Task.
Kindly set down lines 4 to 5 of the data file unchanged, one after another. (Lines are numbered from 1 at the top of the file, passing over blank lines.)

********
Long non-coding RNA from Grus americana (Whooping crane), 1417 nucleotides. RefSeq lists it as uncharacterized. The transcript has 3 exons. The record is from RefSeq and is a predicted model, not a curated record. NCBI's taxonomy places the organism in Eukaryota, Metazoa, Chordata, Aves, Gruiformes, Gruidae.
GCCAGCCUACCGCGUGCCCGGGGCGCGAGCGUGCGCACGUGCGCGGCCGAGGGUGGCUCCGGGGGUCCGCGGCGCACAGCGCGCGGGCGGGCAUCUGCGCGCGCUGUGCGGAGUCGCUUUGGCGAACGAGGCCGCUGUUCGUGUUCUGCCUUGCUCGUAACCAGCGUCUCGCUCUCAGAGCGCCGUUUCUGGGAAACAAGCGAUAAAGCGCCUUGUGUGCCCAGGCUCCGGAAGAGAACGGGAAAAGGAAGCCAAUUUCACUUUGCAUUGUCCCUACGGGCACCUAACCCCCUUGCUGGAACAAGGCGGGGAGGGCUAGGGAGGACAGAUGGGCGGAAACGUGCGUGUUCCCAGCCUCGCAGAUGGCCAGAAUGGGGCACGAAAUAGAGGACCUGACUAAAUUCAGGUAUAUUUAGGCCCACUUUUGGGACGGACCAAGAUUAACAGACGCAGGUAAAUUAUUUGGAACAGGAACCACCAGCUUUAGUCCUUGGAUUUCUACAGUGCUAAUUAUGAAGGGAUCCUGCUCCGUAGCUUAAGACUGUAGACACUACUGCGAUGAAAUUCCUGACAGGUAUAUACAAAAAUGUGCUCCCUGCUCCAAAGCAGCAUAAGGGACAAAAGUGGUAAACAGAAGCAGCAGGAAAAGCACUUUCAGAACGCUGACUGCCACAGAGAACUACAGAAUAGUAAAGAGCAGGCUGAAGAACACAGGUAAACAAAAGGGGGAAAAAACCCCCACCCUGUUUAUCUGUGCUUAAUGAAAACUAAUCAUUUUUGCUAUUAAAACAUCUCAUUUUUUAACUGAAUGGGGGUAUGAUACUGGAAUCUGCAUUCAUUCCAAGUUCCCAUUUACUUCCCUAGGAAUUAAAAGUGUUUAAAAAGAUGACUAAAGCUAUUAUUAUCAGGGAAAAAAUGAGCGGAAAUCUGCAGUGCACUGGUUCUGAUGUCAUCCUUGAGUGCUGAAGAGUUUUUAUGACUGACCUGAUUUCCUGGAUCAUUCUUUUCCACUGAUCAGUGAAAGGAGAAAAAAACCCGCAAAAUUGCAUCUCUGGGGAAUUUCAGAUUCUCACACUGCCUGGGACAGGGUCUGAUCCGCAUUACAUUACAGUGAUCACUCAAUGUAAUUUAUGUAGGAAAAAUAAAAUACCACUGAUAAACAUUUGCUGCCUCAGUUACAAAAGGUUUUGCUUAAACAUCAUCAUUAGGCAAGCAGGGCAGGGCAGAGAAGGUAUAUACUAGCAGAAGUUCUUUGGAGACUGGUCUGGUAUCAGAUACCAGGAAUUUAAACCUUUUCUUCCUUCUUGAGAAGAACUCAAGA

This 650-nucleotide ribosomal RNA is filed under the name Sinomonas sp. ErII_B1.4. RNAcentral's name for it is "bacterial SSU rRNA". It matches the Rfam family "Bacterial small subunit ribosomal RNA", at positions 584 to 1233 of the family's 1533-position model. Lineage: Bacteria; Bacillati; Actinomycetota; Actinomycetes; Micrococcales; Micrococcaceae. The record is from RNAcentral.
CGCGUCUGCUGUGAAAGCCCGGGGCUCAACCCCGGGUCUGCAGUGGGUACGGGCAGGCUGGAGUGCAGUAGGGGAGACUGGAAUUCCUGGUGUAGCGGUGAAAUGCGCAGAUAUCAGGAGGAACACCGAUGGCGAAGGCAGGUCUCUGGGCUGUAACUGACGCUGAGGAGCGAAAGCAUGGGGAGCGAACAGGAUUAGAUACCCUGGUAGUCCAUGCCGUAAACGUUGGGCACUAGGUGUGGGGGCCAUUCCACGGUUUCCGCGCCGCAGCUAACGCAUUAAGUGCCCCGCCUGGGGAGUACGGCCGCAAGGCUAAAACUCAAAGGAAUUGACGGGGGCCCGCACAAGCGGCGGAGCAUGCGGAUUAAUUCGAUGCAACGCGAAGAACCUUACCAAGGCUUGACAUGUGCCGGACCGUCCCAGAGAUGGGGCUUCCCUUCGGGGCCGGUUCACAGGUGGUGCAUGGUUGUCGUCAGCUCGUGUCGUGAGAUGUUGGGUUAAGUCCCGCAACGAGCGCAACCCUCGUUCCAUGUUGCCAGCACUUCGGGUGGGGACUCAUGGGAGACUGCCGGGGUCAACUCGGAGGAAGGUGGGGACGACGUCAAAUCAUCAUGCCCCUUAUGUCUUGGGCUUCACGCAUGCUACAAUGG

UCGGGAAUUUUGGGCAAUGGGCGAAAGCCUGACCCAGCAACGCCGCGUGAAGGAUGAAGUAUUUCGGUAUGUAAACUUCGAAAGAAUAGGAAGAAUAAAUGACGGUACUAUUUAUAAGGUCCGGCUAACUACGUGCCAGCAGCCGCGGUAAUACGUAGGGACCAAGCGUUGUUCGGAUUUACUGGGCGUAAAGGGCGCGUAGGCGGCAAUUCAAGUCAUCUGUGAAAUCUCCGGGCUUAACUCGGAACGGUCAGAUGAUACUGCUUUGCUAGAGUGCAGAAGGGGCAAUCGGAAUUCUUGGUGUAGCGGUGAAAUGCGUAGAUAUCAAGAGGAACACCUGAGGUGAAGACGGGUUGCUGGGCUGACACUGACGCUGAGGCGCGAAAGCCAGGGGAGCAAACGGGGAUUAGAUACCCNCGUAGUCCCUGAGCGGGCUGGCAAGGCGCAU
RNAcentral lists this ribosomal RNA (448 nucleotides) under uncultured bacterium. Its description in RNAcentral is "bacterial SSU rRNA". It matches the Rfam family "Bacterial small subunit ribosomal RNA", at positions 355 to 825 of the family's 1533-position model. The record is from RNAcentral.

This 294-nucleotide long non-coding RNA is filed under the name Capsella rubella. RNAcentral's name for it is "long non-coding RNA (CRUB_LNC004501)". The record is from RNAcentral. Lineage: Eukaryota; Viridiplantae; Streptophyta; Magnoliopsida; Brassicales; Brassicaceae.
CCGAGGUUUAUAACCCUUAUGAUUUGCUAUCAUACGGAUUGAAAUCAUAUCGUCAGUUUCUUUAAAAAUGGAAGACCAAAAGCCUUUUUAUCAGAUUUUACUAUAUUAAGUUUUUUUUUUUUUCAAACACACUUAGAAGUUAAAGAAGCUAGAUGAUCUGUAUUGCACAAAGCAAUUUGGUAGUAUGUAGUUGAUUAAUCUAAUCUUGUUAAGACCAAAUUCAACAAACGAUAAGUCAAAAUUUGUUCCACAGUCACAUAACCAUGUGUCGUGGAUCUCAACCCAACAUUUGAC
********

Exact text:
CGCGUCUGCUGUGAAAGCCCGGGGCUCAACCCCGGGUCUGCAGUGGGUACGGGCAGGCUGGAGUGCAGUAGGGGAGACUGGAAUUCCUGGUGUAGCGGUGAAAUGCGCAGAUAUCAGGAGGAACACCGAUGGCGAAGGCAGGUCUCUGGGCUGUAACUGACGCUGAGGAGCGAAAGCAUGGGGAGCGAACAGGAUUAGAUACCCUGGUAGUCCAUGCCGUAAACGUUGGGCACUAGGUGUGGGGGCCAUUCCACGGUUUCCGCGCCGCAGCUAACGCAUUAAGUGCCCCGCCUGGGGAGUACGGCCGCAAGGCUAAAACUCAAAGGAAUUGACGGGGGCCCGCACAAGCGGCGGAGCAUGCGGAUUAAUUCGAUGCAACGCGAAGAACCUUACCAAGGCUUGACAUGUGCCGGACCGUCCCAGAGAUGGGGCUUCCCUUCGGGGCCGGUUCACAGGUGGUGCAUGGUUGUCGUCAGCUCGUGUCGUGAGAUGUUGGGUUAAGUCCCGCAACGAGCGCAACCCUCGUUCCAUGUUGCCAGCACUUCGGGUGGGGACUCAUGGGAGACUGCCGGGGUCAACUCGGAGGAAGGUGGGGACGACGUCAAAUCAUCAUGCCCCUUAUGUCUUGGGCUUCACGCAUGCUACAAUGG

UCGGGAAUUUUGGGCAAUGGGCGAAAGCCUGACCCAGCAACGCCGCGUGAAGGAUGAAGUAUUUCGGUAUGUAAACUUCGAAAGAAUAGGAAGAAUAAAUGACGGUACUAUUUAUAAGGUCCGGCUAACUACGUGCCAGCAGCCGCGGUAAUACGUAGGGACCAAGCGUUGUUCGGAUUUACUGGGCGUAAAGGGCGCGUAGGCGGCAAUUCAAGUCAUCUGUGAAAUCUCCGGGCUUAACUCGGAACGGUCAGAUGAUACUGCUUUGCUAGAGUGCAGAAGGGGCAAUCGGAAUUCUUGGUGUAGCGGUGAAAUGCGUAGAUAUCAAGAGGAACACCUGAGGUGAAGACGGGUUGCUGGGCUGACACUGACGCUGAGGCGCGAAAGCCAGGGGAGCAAACGGGGAUUAGAUACCCNCGUAGUCCCUGAGCGGGCUGGCAAGGCGCAU